I assumed "new girl" would be synonymous with "pariah," but Jupiter and Courtney make me feel like I'm right where I belong. I also want to kiss him. And her. Which is . . . perplexing.

Jupiter Charity-Sanchez
The only thing worse than losing the girl you love to a boy is losing her to your boy. That means losing him, too. I have to make a move. . . .
So this one has been on my shelf for a while but since it focuses on the theme of exploring sexuality, I'd been saving it for Pride Month. I've just started it and I'm very intrigued by both the characters and the plot so far! 
 

Opposite of Always by Justin A. Reynolds

When Jack and Kate meet at a party, bonding until sunrise over their mutual love of Froot Loops and their favorite flicks, Jack knows he’s falling—hard. Soon she’s meeting his best friends, Jillian and Franny, and Kate wins them over as easily as she did Jack.

But then Kate dies. And their story should end there.

Yet Kate’s death sends Jack back to the beginning, the moment they first meet, and Kate’s there again. Healthy, happy, and charming as ever. Jack isn’t sure if he’s losing his mind.

Still, if he has a chance to prevent Kate’s death, he’ll take it. Even if that means believing in time travel. However, Jack will learn that his actions are not without consequences. And when one choice turns deadly for someone else close to him, he has to figure out what he’s willing to do to save the people he loves.
I love contemporary stories that have a little fantasy or sci-fi twist, so this sounds exactly like the sort of book I'd devour. Hopefully I'll get my hands on a copy soon!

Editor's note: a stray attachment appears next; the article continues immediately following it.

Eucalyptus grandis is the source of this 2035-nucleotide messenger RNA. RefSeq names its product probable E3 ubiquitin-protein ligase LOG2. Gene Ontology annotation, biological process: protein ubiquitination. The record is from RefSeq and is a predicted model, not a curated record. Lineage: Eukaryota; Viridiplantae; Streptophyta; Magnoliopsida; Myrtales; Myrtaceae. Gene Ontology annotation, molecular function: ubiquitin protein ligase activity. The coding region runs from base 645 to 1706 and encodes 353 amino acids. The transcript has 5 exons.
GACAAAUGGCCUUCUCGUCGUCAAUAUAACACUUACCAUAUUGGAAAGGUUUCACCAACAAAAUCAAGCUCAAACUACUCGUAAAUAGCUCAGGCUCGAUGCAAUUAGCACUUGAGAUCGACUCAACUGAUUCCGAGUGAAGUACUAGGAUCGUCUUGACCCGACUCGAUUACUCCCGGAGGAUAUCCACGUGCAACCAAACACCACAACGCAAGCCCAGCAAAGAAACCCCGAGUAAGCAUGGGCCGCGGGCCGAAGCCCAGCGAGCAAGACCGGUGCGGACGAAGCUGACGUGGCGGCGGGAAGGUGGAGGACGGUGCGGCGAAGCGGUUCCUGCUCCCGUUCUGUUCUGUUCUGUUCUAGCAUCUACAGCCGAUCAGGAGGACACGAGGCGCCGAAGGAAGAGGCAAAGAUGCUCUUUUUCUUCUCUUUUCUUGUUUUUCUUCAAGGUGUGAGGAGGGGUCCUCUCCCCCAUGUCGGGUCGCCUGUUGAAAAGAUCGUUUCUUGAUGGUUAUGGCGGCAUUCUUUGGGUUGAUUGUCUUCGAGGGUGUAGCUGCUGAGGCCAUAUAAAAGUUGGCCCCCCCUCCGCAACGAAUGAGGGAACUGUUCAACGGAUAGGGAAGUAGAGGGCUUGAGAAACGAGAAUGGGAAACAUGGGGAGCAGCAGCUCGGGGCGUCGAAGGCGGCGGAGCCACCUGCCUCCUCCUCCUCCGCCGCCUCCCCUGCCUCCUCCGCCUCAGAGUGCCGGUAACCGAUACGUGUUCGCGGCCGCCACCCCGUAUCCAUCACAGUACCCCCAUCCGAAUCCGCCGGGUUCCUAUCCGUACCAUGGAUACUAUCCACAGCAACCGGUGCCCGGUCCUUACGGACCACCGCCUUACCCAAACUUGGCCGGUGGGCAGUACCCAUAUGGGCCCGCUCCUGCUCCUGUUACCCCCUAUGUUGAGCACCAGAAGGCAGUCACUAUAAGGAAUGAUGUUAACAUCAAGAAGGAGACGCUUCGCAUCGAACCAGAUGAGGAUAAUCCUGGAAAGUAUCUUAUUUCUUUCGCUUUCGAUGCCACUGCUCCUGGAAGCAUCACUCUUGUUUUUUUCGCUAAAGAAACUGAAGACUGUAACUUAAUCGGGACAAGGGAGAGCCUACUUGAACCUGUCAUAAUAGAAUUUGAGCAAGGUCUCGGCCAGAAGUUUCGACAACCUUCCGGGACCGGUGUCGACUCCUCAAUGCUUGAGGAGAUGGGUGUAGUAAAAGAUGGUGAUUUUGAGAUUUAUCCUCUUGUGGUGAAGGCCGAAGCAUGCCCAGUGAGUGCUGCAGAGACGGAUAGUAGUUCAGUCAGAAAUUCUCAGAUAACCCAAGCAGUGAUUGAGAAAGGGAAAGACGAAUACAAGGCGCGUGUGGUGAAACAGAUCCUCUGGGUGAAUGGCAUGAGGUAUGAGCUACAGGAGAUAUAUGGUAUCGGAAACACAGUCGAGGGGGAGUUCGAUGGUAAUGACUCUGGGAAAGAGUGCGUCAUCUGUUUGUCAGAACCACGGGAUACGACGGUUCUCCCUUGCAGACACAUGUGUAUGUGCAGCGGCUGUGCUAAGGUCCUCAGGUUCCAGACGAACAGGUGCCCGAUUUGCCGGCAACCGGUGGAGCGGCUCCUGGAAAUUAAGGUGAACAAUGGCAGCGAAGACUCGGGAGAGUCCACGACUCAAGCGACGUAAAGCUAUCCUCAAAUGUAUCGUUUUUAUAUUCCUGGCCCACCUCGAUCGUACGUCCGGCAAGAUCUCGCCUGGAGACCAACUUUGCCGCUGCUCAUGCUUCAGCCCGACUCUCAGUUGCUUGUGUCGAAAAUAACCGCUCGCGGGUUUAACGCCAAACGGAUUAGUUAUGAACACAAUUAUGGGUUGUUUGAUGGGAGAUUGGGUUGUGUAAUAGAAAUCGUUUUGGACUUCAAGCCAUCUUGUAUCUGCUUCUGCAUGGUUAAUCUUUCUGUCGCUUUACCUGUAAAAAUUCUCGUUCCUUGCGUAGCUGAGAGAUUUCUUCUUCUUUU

The Black Flamingo by Dean Atta 


I masquerade in makeup and feathers and I am applauded.

A boy comes to terms with his identity as a mixed-race gay teen - then at university he finds his wings as a drag artist, The Black Flamingo. A bold story about the power of embracing your uniqueness. Sometimes, we need to take charge, to stand up wearing pink feathers - to show ourselves to the world in bold colour.
I'm always searching for YA books with main characters in university rather than high school because it can be such an important time in a young person's life. This sounds like such an uplifting and empowering read.


There are many more books I've been adding to my TBR lately, but these are the ones I'm hoping to get to as soon as I can. To black bloggers, booktubers, bookstagrammers, content creators in general: please leave me your links and recommendations in either the comments or over on my Twitter page.

Information on what you can do to help Black Lives Matter can be found here, and a list of organisations that help black people in the LGBTQ+ community can be found here.

To white bloggers and creators: keep sharing links, keep signing petitions, do as much as you can and listen to black voices.